Antiwrinkle Cream Ingredient May Reduce Parkinson's Risk

Pauline Anderson

August 22, 2013

Kinetin, a cellular repair molecule found in antiwrinkle creams, might restore enzyme activity related to a protein called PINK1, mutations to which raise the risk for an autosomal-recessive form of early-onset Parkinson's disease (PD), a new study suggests.

The molecule has already been shown to be well-tolerated in human trials (for familial dysautonomia, an unrelated rare, genetic, neurological disease) and in mice to cross the blood–brain barrier and achieve pharmacologically significant concentrations.

In biochemical and cellular experiments, scientists manipulated kinase-dependent cellular processes via a specifically targeted neosubstrate to turn on the action of PD-related mutant PINK1.

The research "marks a pharmacologic milestone as the first highly specific targeting of a member of an important class of enzymes called kinases to increase rather than to inhibit their activity," said the study's senior scientist, Kevan Shokat, PhD, a chemist at the Howard Hughes Medical Institute, University of California at San Francisco (UCSF), in a press release.

The approach may eventually lead to an effective treatment for patients who have mutant PINK1 that reduces kinase activity and causes the inherited form of PD.

Their findings were published in the August 15 issue of Cell.

Important Therapeutic Insights

"Although mutations in PINK1 are a rare cause of PD, the development of an effective disease-modifying therapy for any neurodegenerative disease would be a tremendous advance and could provide important therapeutic insights into disease-modifying strategies for other types of PD," said the study authors, led by Nicholas T. Hertz, PhD, a graduate student at the Howard Hughes Medical Institute, UCSF.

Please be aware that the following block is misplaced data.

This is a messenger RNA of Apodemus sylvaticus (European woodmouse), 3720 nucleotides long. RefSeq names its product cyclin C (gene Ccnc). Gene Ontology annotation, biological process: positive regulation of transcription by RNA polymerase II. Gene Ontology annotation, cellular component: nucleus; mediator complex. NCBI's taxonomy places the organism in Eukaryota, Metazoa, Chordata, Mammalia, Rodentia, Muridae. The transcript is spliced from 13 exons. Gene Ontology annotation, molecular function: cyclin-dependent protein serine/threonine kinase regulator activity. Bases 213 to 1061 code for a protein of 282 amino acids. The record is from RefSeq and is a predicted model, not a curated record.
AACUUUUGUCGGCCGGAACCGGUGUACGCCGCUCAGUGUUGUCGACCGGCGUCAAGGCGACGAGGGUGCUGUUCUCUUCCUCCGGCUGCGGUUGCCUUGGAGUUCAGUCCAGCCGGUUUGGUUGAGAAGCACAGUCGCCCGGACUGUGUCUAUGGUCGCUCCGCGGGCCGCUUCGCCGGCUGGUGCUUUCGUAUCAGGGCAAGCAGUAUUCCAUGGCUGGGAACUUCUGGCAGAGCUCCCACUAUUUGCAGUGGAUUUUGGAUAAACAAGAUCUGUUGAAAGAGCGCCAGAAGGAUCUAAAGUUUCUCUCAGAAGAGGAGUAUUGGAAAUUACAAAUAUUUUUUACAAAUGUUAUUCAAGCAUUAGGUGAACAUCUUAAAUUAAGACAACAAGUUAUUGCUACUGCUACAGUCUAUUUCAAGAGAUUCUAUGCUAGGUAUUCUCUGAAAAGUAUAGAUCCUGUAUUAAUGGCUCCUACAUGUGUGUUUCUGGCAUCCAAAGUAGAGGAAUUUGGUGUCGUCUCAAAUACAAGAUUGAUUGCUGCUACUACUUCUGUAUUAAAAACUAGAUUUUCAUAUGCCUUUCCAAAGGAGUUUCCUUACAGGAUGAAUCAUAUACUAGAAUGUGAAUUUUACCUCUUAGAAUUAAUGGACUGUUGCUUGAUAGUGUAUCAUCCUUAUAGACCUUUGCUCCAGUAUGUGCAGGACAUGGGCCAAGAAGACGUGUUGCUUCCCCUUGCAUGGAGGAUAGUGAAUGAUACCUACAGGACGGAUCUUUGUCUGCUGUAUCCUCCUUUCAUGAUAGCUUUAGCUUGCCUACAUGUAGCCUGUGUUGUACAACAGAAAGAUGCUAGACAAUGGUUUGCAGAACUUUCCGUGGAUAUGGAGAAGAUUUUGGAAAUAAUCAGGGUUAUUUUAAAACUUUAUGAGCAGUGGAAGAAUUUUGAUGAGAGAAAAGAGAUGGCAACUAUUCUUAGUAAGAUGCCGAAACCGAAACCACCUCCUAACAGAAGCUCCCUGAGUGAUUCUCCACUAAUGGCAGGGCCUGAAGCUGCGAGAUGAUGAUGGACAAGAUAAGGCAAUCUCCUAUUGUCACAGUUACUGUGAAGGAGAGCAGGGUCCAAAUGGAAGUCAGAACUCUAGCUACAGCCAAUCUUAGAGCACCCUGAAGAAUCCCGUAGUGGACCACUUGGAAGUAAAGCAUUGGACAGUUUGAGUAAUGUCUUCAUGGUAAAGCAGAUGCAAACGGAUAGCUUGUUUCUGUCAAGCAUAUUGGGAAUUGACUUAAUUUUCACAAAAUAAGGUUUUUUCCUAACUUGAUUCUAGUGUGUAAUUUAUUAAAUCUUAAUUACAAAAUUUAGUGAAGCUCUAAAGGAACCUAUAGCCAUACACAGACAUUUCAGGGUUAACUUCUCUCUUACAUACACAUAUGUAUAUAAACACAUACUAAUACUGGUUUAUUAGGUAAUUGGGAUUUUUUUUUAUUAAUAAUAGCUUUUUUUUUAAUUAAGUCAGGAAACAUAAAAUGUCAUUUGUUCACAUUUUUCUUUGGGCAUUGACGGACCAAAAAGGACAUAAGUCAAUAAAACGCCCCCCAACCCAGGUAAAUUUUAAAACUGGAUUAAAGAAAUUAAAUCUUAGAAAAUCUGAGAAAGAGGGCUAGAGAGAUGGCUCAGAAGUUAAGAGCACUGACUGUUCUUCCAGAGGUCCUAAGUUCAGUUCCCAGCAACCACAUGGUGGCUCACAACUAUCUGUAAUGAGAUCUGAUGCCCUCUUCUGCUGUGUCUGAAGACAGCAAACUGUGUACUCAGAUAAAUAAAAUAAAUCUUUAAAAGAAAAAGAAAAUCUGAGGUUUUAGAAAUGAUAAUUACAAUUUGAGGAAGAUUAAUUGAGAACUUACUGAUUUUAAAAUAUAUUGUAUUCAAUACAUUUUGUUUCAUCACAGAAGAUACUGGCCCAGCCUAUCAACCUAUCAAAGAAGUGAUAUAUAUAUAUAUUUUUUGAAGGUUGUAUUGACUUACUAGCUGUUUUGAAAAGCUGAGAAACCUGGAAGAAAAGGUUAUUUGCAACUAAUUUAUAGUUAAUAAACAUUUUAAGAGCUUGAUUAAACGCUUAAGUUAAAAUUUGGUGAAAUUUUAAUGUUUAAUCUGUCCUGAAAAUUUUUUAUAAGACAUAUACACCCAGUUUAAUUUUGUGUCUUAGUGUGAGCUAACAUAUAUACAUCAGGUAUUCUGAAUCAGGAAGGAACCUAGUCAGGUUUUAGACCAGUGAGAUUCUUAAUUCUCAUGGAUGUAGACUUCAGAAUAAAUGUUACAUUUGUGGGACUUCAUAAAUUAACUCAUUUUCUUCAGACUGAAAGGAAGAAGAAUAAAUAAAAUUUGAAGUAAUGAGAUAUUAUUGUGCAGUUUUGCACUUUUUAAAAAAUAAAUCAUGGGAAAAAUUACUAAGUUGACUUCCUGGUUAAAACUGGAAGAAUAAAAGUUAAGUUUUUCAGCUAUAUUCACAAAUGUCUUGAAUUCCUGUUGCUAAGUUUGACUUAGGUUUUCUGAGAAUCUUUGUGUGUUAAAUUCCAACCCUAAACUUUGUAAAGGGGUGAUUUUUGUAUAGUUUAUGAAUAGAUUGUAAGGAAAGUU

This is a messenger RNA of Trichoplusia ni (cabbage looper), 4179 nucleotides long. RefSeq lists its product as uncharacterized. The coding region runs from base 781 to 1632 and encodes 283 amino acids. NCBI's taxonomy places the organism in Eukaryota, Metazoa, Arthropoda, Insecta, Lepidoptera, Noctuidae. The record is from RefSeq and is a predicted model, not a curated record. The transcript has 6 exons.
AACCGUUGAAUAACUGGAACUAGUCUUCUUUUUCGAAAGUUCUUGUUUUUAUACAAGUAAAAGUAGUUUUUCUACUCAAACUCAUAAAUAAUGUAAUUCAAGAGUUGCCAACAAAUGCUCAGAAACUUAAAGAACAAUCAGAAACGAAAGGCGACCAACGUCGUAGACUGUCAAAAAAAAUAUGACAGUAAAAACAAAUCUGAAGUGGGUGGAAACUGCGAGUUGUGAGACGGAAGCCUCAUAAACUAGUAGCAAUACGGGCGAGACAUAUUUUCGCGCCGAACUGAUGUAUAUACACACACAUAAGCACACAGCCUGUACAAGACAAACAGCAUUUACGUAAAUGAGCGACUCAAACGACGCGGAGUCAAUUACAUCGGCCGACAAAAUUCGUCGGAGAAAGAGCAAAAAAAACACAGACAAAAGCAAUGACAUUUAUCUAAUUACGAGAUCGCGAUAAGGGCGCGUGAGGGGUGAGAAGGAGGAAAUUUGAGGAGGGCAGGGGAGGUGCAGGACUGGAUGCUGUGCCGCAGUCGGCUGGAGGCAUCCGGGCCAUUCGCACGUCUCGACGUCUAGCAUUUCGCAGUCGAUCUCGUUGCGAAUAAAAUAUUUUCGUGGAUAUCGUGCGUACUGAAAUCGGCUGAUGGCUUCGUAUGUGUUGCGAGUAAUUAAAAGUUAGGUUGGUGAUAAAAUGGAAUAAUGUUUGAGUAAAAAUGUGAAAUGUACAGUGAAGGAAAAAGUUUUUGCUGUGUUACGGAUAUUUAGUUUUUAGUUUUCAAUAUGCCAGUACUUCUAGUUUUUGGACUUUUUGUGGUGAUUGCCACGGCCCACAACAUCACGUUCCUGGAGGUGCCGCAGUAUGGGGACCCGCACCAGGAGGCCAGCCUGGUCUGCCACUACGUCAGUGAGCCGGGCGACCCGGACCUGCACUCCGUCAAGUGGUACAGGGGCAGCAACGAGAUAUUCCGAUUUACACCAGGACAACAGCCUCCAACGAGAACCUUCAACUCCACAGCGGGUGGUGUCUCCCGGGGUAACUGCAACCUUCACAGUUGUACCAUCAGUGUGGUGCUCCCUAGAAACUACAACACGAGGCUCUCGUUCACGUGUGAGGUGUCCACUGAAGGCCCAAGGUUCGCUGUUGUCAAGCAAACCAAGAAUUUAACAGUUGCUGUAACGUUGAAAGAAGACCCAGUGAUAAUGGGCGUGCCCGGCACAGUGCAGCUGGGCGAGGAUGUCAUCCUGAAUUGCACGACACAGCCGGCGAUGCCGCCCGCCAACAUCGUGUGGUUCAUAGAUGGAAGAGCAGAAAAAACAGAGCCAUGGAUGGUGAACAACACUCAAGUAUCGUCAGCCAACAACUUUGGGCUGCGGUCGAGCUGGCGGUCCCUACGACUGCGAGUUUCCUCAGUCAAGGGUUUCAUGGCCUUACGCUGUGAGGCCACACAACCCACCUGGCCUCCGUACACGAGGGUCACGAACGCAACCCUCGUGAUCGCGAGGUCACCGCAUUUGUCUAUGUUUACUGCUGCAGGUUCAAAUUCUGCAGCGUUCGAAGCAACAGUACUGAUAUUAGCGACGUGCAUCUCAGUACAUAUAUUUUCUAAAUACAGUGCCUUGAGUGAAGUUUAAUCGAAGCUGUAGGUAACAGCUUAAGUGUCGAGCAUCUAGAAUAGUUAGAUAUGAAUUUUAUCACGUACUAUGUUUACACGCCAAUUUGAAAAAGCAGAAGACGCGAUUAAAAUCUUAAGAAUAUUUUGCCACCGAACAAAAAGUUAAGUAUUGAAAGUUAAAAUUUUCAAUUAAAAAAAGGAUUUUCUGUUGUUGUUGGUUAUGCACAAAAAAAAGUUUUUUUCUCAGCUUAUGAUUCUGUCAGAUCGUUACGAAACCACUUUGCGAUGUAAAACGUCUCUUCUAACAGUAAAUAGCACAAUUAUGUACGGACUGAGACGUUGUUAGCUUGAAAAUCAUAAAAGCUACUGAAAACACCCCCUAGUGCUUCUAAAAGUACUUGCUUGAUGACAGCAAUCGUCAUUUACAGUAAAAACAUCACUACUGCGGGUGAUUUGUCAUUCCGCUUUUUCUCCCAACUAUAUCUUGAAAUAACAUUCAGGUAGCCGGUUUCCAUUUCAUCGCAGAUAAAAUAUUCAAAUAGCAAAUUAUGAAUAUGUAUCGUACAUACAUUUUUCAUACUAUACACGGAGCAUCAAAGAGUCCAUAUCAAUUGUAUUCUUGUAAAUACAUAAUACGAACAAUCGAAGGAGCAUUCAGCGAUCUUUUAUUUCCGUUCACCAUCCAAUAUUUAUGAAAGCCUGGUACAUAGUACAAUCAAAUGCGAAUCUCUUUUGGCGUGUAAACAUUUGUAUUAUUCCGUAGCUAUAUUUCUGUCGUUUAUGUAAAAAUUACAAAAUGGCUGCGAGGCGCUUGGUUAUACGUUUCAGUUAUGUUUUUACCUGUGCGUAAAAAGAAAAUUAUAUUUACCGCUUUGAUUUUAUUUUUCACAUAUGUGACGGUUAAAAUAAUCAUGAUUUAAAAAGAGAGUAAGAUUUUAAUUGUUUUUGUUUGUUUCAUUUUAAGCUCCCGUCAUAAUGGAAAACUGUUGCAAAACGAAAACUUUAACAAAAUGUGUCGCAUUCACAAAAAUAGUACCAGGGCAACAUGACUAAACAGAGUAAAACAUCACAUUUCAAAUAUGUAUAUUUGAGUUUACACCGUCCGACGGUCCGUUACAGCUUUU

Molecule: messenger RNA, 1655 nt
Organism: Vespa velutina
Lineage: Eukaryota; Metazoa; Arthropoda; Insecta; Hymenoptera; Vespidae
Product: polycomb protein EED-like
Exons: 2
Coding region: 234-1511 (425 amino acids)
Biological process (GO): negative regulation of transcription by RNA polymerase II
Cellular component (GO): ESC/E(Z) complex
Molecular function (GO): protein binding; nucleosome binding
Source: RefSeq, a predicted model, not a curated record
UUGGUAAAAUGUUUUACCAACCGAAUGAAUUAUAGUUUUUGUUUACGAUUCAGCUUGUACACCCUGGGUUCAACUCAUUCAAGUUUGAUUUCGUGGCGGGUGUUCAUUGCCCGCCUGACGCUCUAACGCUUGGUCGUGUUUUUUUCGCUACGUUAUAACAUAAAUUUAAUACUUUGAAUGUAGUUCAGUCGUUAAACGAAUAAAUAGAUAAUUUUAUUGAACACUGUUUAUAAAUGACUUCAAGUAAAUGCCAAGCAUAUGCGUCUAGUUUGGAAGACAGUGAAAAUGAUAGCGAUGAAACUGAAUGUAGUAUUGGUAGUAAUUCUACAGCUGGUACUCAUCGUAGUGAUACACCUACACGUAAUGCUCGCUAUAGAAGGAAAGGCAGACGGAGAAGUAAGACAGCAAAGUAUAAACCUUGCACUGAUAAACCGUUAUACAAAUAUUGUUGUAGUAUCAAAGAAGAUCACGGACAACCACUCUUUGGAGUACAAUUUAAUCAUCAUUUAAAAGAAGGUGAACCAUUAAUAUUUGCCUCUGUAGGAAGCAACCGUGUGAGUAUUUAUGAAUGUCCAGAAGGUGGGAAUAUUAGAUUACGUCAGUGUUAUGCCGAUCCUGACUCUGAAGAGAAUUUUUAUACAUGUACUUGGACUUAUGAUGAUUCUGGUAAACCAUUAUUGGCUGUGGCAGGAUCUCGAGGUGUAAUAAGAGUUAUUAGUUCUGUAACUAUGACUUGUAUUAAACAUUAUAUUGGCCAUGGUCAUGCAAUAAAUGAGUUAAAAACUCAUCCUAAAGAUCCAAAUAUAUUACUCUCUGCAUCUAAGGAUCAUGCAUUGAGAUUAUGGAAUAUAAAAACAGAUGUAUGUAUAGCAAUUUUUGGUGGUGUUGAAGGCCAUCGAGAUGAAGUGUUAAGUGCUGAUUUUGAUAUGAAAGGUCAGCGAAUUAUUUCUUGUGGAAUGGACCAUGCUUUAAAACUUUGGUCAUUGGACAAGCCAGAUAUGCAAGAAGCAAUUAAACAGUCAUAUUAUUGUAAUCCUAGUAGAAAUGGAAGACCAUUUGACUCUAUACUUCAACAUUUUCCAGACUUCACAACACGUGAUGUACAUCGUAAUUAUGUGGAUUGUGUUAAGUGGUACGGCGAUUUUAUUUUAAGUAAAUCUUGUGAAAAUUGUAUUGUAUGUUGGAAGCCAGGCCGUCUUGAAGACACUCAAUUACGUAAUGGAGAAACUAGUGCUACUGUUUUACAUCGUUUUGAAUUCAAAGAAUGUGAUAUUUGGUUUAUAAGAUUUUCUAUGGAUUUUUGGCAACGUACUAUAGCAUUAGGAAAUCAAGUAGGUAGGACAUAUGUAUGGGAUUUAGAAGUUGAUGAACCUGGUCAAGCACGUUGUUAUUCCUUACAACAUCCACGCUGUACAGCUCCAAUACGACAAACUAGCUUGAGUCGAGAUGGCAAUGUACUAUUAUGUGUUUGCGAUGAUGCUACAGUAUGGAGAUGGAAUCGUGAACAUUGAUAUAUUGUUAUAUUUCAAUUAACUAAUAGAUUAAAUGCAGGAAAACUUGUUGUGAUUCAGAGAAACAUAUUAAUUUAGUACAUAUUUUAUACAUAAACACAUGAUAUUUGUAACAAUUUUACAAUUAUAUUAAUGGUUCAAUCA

In PD, poorly performing mitochondria have been associated with the death of dopamine-producing nerve cells in the substantia nigra. Loss of these cells is a hallmark of PD disease, which is characterized by symptoms such as rigidity and tremor.

The PINK1 protein typically attaches to the membrane of damaged mitochondria inside cells, causing another protein, Parkin, to be recruited to cover the mitochondria and help keep the cell alive. In people with PINK1 mutations, though, Parkin is not recruited, leading to a greater amount of neuronal death.

In their efforts to somehow turn on this PINK1 function, researchers began investigating how PINK1 binds to ATP, another form of chemical energy used by cells. In experimenting with different ATP analogs, they found that one, kinetin triphosphate, or KTP, succeeded in cranking up PINK1 activity both in vitro and in cells. Kinetin, the KTP precursor, can also be applied to neurons to enhance PINK1 activity.

"We found that a small molecule, called KTP, speeds chemical reactions catalyzed by PINK1 better than ATP, the natural substrate," said Dr. Shokat in the release. "That kind of better-than-natural response is essentially unheard of."

The researchers also showed that kinetin boosts enzyme activity in nerve cells with normal PINK1. According to the authors, this finding may be relevant for the most common forms of PD, in which PINK1 is not mutated.

The research team is now testing this therapeutic approach in animal models of PD.

Although many drugs that inhibit the activity of kinases have been developed during the last decade, including 15 currently approved to treat cancer, none has yet been marketed to directly boost activity of a kinase.

The results of this research also raise the question of whether similar pharmaceutical strategies might be used for combatting diseases other than PD, including diabetes and cancer.

Cell. 2013;154:737-747. Abstract

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